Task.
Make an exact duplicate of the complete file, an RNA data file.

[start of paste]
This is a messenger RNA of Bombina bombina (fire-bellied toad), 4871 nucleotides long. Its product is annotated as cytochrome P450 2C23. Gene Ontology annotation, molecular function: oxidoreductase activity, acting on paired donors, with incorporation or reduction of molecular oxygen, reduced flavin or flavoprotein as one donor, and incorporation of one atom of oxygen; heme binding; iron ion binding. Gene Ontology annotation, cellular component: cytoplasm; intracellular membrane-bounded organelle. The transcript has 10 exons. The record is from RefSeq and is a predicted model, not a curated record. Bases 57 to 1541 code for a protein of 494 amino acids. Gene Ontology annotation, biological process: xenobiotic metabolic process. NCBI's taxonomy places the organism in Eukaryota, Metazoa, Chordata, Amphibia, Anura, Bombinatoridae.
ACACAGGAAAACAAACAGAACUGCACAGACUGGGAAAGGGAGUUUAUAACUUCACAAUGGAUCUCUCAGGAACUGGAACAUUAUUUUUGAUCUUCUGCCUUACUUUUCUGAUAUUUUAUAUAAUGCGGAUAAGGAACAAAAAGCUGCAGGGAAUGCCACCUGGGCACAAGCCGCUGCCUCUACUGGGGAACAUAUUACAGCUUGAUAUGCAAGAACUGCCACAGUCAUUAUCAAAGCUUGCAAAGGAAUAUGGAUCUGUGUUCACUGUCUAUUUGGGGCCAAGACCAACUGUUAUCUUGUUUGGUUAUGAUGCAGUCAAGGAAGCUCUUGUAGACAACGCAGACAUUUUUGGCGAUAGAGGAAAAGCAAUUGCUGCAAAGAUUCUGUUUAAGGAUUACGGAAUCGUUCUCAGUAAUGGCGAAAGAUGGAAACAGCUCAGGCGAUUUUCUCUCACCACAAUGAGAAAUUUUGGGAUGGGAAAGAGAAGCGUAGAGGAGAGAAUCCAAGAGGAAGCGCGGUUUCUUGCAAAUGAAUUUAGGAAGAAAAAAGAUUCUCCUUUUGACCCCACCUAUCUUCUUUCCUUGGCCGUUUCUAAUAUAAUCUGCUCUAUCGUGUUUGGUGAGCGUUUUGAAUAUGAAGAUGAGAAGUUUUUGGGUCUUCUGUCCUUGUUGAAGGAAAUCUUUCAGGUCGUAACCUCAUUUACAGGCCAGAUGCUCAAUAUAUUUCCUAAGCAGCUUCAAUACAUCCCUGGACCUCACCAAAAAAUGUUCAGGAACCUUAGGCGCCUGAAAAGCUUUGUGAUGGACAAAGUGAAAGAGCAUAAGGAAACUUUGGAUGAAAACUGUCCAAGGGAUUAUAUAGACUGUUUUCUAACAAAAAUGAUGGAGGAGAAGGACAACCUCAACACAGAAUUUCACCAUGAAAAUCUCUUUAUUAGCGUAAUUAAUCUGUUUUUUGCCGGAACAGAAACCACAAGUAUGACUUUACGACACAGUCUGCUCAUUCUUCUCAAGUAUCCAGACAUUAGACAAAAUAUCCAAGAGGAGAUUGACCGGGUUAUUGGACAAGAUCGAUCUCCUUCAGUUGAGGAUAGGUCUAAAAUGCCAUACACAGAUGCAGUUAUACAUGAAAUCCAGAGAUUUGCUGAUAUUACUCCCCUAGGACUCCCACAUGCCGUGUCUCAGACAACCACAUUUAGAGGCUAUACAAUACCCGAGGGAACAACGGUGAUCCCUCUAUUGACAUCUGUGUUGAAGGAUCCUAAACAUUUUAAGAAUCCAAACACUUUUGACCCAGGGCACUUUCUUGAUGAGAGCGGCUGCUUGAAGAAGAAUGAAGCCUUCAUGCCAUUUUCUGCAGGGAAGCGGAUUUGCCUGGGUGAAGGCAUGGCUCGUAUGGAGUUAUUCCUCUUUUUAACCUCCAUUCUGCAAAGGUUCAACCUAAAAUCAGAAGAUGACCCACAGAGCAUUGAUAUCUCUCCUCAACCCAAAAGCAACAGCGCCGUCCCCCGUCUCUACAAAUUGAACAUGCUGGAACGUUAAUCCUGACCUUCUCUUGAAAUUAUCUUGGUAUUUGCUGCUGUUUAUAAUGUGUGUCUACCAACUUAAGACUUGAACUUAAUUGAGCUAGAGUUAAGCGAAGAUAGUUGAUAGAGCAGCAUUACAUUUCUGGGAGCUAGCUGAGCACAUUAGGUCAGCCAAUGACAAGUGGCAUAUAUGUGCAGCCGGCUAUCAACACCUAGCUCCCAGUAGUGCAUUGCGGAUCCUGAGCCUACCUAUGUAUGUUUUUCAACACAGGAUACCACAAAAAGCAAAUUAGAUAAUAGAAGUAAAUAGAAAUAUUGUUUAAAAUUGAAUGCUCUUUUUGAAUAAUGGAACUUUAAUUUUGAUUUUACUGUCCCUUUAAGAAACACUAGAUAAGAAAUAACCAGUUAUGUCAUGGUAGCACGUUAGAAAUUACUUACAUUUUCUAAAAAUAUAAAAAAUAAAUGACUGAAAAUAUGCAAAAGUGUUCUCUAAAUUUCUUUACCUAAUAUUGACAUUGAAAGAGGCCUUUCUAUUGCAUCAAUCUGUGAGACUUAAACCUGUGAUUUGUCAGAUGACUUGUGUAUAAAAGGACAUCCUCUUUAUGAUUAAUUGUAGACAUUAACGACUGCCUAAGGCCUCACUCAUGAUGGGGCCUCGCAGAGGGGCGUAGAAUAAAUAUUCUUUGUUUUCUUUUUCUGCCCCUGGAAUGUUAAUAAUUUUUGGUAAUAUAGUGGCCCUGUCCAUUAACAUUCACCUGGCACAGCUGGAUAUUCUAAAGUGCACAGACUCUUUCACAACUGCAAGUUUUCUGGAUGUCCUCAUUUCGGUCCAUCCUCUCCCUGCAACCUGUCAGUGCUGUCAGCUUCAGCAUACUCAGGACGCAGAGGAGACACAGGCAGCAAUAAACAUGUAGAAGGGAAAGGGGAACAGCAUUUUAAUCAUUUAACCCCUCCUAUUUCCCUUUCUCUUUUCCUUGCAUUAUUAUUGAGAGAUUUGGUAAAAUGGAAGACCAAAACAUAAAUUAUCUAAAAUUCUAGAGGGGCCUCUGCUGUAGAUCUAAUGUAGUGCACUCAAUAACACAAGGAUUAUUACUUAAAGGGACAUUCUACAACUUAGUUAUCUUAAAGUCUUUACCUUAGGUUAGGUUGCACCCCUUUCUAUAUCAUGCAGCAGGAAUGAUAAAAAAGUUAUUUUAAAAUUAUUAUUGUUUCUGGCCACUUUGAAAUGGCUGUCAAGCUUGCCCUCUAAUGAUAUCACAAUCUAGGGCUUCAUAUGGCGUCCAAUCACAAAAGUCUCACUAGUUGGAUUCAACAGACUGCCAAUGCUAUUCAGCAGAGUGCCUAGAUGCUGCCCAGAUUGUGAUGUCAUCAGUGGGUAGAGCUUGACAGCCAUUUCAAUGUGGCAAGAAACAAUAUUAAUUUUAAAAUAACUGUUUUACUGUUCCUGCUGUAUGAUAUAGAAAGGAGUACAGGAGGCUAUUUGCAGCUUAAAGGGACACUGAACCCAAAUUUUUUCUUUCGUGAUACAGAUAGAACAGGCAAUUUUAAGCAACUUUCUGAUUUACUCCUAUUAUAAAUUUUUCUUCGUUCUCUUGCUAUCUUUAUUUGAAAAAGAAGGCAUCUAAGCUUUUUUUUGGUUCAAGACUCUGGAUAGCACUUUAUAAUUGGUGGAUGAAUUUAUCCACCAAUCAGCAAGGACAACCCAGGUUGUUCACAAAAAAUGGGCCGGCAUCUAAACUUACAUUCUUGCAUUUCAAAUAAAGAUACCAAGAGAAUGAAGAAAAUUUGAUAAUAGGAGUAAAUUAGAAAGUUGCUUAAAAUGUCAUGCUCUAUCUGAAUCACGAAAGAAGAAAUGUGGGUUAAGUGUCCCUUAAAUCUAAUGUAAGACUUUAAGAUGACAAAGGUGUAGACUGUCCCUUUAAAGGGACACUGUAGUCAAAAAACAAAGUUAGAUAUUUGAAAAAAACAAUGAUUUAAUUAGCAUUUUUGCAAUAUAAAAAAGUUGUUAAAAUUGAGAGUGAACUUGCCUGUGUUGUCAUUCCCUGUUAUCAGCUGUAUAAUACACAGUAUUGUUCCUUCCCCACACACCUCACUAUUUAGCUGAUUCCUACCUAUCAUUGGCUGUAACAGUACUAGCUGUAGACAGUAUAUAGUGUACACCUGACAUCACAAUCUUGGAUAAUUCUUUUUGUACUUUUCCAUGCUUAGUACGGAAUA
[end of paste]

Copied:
This is a messenger RNA of Bombina bombina (fire-bellied toad), 4871 nucleotides long. Its product is annotated as cytochrome P450 2C23. Gene Ontology annotation, molecular function: oxidoreductase activity, acting on paired donors, with incorporation or reduction of molecular oxygen, reduced flavin or flavoprotein as one donor, and incorporation of one atom of oxygen; heme binding; iron ion binding. Gene Ontology annotation, cellular component: cytoplasm; intracellular membrane-bounded organelle. The transcript has 10 exons. The record is from RefSeq and is a predicted model, not a curated record. Bases 57 to 1541 code for a protein of 494 amino acids. Gene Ontology annotation, biological process: xenobiotic metabolic process. NCBI's taxonomy places the organism in Eukaryota, Metazoa, Chordata, Amphibia, Anura, Bombinatoridae.
ACACAGGAAAACAAACAGAACUGCACAGACUGGGAAAGGGAGUUUAUAACUUCACAAUGGAUCUCUCAGGAACUGGAACAUUAUUUUUGAUCUUCUGCCUUACUUUUCUGAUAUUUUAUAUAAUGCGGAUAAGGAACAAAAAGCUGCAGGGAAUGCCACCUGGGCACAAGCCGCUGCCUCUACUGGGGAACAUAUUACAGCUUGAUAUGCAAGAACUGCCACAGUCAUUAUCAAAGCUUGCAAAGGAAUAUGGAUCUGUGUUCACUGUCUAUUUGGGGCCAAGACCAACUGUUAUCUUGUUUGGUUAUGAUGCAGUCAAGGAAGCUCUUGUAGACAACGCAGACAUUUUUGGCGAUAGAGGAAAAGCAAUUGCUGCAAAGAUUCUGUUUAAGGAUUACGGAAUCGUUCUCAGUAAUGGCGAAAGAUGGAAACAGCUCAGGCGAUUUUCUCUCACCACAAUGAGAAAUUUUGGGAUGGGAAAGAGAAGCGUAGAGGAGAGAAUCCAAGAGGAAGCGCGGUUUCUUGCAAAUGAAUUUAGGAAGAAAAAAGAUUCUCCUUUUGACCCCACCUAUCUUCUUUCCUUGGCCGUUUCUAAUAUAAUCUGCUCUAUCGUGUUUGGUGAGCGUUUUGAAUAUGAAGAUGAGAAGUUUUUGGGUCUUCUGUCCUUGUUGAAGGAAAUCUUUCAGGUCGUAACCUCAUUUACAGGCCAGAUGCUCAAUAUAUUUCCUAAGCAGCUUCAAUACAUCCCUGGACCUCACCAAAAAAUGUUCAGGAACCUUAGGCGCCUGAAAAGCUUUGUGAUGGACAAAGUGAAAGAGCAUAAGGAAACUUUGGAUGAAAACUGUCCAAGGGAUUAUAUAGACUGUUUUCUAACAAAAAUGAUGGAGGAGAAGGACAACCUCAACACAGAAUUUCACCAUGAAAAUCUCUUUAUUAGCGUAAUUAAUCUGUUUUUUGCCGGAACAGAAACCACAAGUAUGACUUUACGACACAGUCUGCUCAUUCUUCUCAAGUAUCCAGACAUUAGACAAAAUAUCCAAGAGGAGAUUGACCGGGUUAUUGGACAAGAUCGAUCUCCUUCAGUUGAGGAUAGGUCUAAAAUGCCAUACACAGAUGCAGUUAUACAUGAAAUCCAGAGAUUUGCUGAUAUUACUCCCCUAGGACUCCCACAUGCCGUGUCUCAGACAACCACAUUUAGAGGCUAUACAAUACCCGAGGGAACAACGGUGAUCCCUCUAUUGACAUCUGUGUUGAAGGAUCCUAAACAUUUUAAGAAUCCAAACACUUUUGACCCAGGGCACUUUCUUGAUGAGAGCGGCUGCUUGAAGAAGAAUGAAGCCUUCAUGCCAUUUUCUGCAGGGAAGCGGAUUUGCCUGGGUGAAGGCAUGGCUCGUAUGGAGUUAUUCCUCUUUUUAACCUCCAUUCUGCAAAGGUUCAACCUAAAAUCAGAAGAUGACCCACAGAGCAUUGAUAUCUCUCCUCAACCCAAAAGCAACAGCGCCGUCCCCCGUCUCUACAAAUUGAACAUGCUGGAACGUUAAUCCUGACCUUCUCUUGAAAUUAUCUUGGUAUUUGCUGCUGUUUAUAAUGUGUGUCUACCAACUUAAGACUUGAACUUAAUUGAGCUAGAGUUAAGCGAAGAUAGUUGAUAGAGCAGCAUUACAUUUCUGGGAGCUAGCUGAGCACAUUAGGUCAGCCAAUGACAAGUGGCAUAUAUGUGCAGCCGGCUAUCAACACCUAGCUCCCAGUAGUGCAUUGCGGAUCCUGAGCCUACCUAUGUAUGUUUUUCAACACAGGAUACCACAAAAAGCAAAUUAGAUAAUAGAAGUAAAUAGAAAUAUUGUUUAAAAUUGAAUGCUCUUUUUGAAUAAUGGAACUUUAAUUUUGAUUUUACUGUCCCUUUAAGAAACACUAGAUAAGAAAUAACCAGUUAUGUCAUGGUAGCACGUUAGAAAUUACUUACAUUUUCUAAAAAUAUAAAAAAUAAAUGACUGAAAAUAUGCAAAAGUGUUCUCUAAAUUUCUUUACCUAAUAUUGACAUUGAAAGAGGCCUUUCUAUUGCAUCAAUCUGUGAGACUUAAACCUGUGAUUUGUCAGAUGACUUGUGUAUAAAAGGACAUCCUCUUUAUGAUUAAUUGUAGACAUUAACGACUGCCUAAGGCCUCACUCAUGAUGGGGCCUCGCAGAGGGGCGUAGAAUAAAUAUUCUUUGUUUUCUUUUUCUGCCCCUGGAAUGUUAAUAAUUUUUGGUAAUAUAGUGGCCCUGUCCAUUAACAUUCACCUGGCACAGCUGGAUAUUCUAAAGUGCACAGACUCUUUCACAACUGCAAGUUUUCUGGAUGUCCUCAUUUCGGUCCAUCCUCUCCCUGCAACCUGUCAGUGCUGUCAGCUUCAGCAUACUCAGGACGCAGAGGAGACACAGGCAGCAAUAAACAUGUAGAAGGGAAAGGGGAACAGCAUUUUAAUCAUUUAACCCCUCCUAUUUCCCUUUCUCUUUUCCUUGCAUUAUUAUUGAGAGAUUUGGUAAAAUGGAAGACCAAAACAUAAAUUAUCUAAAAUUCUAGAGGGGCCUCUGCUGUAGAUCUAAUGUAGUGCACUCAAUAACACAAGGAUUAUUACUUAAAGGGACAUUCUACAACUUAGUUAUCUUAAAGUCUUUACCUUAGGUUAGGUUGCACCCCUUUCUAUAUCAUGCAGCAGGAAUGAUAAAAAAGUUAUUUUAAAAUUAUUAUUGUUUCUGGCCACUUUGAAAUGGCUGUCAAGCUUGCCCUCUAAUGAUAUCACAAUCUAGGGCUUCAUAUGGCGUCCAAUCACAAAAGUCUCACUAGUUGGAUUCAACAGACUGCCAAUGCUAUUCAGCAGAGUGCCUAGAUGCUGCCCAGAUUGUGAUGUCAUCAGUGGGUAGAGCUUGACAGCCAUUUCAAUGUGGCAAGAAACAAUAUUAAUUUUAAAAUAACUGUUUUACUGUUCCUGCUGUAUGAUAUAGAAAGGAGUACAGGAGGCUAUUUGCAGCUUAAAGGGACACUGAACCCAAAUUUUUUCUUUCGUGAUACAGAUAGAACAGGCAAUUUUAAGCAACUUUCUGAUUUACUCCUAUUAUAAAUUUUUCUUCGUUCUCUUGCUAUCUUUAUUUGAAAAAGAAGGCAUCUAAGCUUUUUUUUGGUUCAAGACUCUGGAUAGCACUUUAUAAUUGGUGGAUGAAUUUAUCCACCAAUCAGCAAGGACAACCCAGGUUGUUCACAAAAAAUGGGCCGGCAUCUAAACUUACAUUCUUGCAUUUCAAAUAAAGAUACCAAGAGAAUGAAGAAAAUUUGAUAAUAGGAGUAAAUUAGAAAGUUGCUUAAAAUGUCAUGCUCUAUCUGAAUCACGAAAGAAGAAAUGUGGGUUAAGUGUCCCUUAAAUCUAAUGUAAGACUUUAAGAUGACAAAGGUGUAGACUGUCCCUUUAAAGGGACACUGUAGUCAAAAAACAAAGUUAGAUAUUUGAAAAAAACAAUGAUUUAAUUAGCAUUUUUGCAAUAUAAAAAAGUUGUUAAAAUUGAGAGUGAACUUGCCUGUGUUGUCAUUCCCUGUUAUCAGCUGUAUAAUACACAGUAUUGUUCCUUCCCCACACACCUCACUAUUUAGCUGAUUCCUACCUAUCAUUGGCUGUAACAGUACUAGCUGUAGACAGUAUAUAGUGUACACCUGACAUCACAAUCUUGGAUAAUUCUUUUUGUACUUUUCCAUGCUUAGUACGGAAUA